HVL is a company doing business in cement field as well as services related construction industry; hence, its business contains many different paper-based processes which can be replaced and improved effectively by the adoption of advanced e-business software systems like Enterprise Resource Planning (ERP), Supply Chain Management (SCM), Customer / Supplier Relationship Management (CRM / SRM), Document Management Systems (DMS), Enterprise Content Management (ECM), and Product Lifecycle Management (PLM). Without the adoption of these advanced e-business software systems, it takes time, costs and huge efforts for HVL as well as other companies operating in cement filed to succeed in their business. Therefore, a transformation to e-business model is very essential for them to achieve long-term success.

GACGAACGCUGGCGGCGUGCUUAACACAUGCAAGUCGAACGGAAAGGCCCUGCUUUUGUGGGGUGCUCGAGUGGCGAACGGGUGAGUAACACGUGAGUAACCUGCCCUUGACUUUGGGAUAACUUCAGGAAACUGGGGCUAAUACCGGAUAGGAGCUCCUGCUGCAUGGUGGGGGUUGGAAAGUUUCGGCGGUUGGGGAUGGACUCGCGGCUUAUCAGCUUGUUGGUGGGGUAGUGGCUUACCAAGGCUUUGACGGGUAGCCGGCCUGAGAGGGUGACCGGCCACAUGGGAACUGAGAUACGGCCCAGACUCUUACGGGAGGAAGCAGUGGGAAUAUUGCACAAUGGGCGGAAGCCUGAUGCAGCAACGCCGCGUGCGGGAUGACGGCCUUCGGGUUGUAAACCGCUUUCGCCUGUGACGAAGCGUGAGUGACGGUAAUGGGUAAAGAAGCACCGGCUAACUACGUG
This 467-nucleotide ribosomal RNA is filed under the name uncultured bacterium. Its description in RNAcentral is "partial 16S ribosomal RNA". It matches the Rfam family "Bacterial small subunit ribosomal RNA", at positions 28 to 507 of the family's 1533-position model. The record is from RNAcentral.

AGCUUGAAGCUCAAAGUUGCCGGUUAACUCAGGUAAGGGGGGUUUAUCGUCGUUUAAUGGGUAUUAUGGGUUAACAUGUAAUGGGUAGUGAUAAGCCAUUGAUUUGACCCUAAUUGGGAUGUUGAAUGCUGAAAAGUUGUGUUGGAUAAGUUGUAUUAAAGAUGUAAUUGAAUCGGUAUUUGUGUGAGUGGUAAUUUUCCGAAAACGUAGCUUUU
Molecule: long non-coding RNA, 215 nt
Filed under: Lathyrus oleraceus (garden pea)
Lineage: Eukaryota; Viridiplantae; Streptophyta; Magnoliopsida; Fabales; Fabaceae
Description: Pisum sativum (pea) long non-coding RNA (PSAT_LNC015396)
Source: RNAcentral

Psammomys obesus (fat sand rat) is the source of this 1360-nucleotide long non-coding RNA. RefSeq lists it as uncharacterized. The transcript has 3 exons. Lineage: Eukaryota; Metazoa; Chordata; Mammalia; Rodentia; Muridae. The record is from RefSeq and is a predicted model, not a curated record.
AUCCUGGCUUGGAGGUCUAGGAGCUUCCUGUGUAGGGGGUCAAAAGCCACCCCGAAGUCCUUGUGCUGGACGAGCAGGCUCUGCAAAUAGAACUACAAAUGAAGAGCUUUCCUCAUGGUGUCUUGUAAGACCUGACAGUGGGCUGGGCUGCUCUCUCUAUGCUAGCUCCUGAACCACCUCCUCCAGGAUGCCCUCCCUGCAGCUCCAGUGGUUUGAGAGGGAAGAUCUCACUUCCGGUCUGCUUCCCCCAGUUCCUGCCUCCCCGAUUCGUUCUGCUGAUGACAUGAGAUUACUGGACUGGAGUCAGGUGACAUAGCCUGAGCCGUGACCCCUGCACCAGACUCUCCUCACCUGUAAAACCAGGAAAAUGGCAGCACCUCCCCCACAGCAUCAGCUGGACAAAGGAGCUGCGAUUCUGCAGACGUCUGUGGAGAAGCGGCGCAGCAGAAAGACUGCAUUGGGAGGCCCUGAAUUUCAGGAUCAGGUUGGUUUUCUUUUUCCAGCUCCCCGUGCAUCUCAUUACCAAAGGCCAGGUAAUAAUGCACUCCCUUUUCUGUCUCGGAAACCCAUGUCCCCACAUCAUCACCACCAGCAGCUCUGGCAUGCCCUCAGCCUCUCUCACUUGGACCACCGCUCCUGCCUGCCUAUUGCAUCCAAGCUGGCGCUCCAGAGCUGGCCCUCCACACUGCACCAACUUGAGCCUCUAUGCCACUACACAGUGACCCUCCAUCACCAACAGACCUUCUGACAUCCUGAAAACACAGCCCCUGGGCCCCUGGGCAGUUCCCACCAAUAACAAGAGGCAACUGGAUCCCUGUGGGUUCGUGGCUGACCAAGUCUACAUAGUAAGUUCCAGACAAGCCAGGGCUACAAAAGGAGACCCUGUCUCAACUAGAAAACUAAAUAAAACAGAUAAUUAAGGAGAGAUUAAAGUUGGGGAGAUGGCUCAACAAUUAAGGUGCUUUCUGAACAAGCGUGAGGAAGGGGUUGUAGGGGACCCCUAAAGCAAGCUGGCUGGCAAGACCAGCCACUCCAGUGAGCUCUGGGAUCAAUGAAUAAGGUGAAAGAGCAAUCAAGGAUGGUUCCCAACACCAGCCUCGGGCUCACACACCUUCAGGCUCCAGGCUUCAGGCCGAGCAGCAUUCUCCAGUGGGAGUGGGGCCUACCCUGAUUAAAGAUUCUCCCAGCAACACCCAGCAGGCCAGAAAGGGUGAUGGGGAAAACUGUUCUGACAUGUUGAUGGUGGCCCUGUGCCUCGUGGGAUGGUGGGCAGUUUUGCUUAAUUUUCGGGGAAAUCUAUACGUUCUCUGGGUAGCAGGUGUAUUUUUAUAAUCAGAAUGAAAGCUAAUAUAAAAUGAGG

E-business is not only brining benefits to cement industry but also many other industries. For example, Airlines Companies in the world are turning to e-business by focusing on selling tickets through their Web sites. The reason is because selling ticket online is the cheapest distribution channel. In recent years, the automotive industry has changed dramatically with the emergence of social e-commerce. The social side of shopping for your next car has always existed, in the form of recommendations from friends or family, but the growth of online retail has changed the landscape for buying and selling cars. In addition to customer reviews, car buyers now can check product information from both the websites and social media platforms. The industry most influenced by e-business might be banking and finance. With the help of the Internet, secure cost-effective payment system is being developed which will be able to support growing commercial activities on the network. In addition, many online services of finance advising and consulting have been formed with the emergence of the internet.